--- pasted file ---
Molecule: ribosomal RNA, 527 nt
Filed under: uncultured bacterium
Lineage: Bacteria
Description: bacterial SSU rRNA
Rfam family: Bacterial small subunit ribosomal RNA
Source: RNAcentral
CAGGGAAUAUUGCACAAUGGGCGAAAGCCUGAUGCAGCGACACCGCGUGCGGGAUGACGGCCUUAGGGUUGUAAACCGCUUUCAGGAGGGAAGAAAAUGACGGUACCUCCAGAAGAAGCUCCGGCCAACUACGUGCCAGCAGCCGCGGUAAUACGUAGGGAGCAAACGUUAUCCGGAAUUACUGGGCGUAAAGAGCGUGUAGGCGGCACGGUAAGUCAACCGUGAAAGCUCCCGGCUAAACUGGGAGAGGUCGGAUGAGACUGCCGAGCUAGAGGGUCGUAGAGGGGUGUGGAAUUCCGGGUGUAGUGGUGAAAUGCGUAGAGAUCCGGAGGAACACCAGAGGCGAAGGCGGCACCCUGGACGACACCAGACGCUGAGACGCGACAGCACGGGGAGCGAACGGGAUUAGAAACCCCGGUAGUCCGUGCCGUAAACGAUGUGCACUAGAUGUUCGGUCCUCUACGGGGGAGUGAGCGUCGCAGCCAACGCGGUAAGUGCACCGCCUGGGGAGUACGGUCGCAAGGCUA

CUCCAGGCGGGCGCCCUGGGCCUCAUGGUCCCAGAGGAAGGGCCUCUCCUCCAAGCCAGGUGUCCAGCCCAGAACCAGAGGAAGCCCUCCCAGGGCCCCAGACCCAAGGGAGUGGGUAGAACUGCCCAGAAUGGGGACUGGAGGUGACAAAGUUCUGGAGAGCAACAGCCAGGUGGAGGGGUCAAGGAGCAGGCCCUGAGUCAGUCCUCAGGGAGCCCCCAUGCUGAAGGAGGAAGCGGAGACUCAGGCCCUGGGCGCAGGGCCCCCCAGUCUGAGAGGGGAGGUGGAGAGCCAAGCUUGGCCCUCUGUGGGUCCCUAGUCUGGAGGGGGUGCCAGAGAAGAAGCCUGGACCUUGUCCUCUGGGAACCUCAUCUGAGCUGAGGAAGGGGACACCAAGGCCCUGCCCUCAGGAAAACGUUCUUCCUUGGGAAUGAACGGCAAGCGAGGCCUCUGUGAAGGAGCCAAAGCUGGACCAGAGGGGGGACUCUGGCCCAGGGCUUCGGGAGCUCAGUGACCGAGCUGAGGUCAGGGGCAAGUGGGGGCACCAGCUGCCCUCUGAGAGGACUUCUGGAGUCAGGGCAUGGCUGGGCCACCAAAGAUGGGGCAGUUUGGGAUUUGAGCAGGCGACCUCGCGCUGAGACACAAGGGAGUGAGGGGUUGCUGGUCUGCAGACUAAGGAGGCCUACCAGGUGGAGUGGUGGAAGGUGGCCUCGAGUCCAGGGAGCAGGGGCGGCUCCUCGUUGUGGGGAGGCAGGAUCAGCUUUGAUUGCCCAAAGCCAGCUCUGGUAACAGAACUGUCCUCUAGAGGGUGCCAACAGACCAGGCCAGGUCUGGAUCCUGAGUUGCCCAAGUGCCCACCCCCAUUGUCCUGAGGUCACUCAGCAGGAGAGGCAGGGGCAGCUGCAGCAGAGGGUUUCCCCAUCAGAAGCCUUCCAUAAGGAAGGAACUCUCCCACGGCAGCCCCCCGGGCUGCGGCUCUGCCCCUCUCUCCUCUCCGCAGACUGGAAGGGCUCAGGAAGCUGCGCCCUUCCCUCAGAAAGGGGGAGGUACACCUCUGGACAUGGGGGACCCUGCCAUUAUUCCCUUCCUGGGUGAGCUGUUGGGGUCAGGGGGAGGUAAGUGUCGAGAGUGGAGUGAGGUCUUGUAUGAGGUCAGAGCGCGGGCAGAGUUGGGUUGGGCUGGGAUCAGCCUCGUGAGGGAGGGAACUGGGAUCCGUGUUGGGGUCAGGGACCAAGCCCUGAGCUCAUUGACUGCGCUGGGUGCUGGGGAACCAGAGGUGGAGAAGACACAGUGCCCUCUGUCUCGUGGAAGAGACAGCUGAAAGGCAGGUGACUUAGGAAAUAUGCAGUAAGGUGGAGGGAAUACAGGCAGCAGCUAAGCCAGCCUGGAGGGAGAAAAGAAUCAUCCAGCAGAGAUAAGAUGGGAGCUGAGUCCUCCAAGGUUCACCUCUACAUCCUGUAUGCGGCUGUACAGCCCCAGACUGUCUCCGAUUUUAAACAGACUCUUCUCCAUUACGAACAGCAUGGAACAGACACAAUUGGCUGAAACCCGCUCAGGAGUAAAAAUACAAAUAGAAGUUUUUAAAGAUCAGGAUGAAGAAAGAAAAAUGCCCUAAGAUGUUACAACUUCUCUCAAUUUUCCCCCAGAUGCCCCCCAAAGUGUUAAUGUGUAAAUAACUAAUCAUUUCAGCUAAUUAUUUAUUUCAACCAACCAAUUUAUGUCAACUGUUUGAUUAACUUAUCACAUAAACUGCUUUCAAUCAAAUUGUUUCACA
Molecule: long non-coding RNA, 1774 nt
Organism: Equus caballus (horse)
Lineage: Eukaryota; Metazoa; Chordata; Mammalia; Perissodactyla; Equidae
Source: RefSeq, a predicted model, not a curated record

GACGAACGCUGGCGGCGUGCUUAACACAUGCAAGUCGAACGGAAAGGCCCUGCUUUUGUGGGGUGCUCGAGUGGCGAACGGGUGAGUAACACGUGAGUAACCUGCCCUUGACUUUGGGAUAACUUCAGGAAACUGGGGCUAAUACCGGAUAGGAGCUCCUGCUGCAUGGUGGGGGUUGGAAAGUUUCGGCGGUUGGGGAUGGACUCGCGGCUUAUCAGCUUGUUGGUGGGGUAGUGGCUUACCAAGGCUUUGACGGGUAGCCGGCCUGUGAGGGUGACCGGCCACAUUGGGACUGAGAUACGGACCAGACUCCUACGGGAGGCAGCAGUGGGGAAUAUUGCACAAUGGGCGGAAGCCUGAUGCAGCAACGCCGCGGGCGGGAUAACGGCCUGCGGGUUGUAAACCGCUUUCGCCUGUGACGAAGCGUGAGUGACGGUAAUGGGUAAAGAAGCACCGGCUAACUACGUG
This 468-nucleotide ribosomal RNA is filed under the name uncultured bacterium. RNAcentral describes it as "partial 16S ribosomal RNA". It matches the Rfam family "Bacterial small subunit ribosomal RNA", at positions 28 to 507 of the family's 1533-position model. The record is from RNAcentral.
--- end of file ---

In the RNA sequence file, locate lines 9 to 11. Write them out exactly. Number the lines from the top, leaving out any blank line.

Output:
Molecule: long non-coding RNA, 1774 nt
Organism: Equus caballus (horse)
Lineage: Eukaryota; Metazoa; Chordata; Mammalia; Perissodactyla; Equidae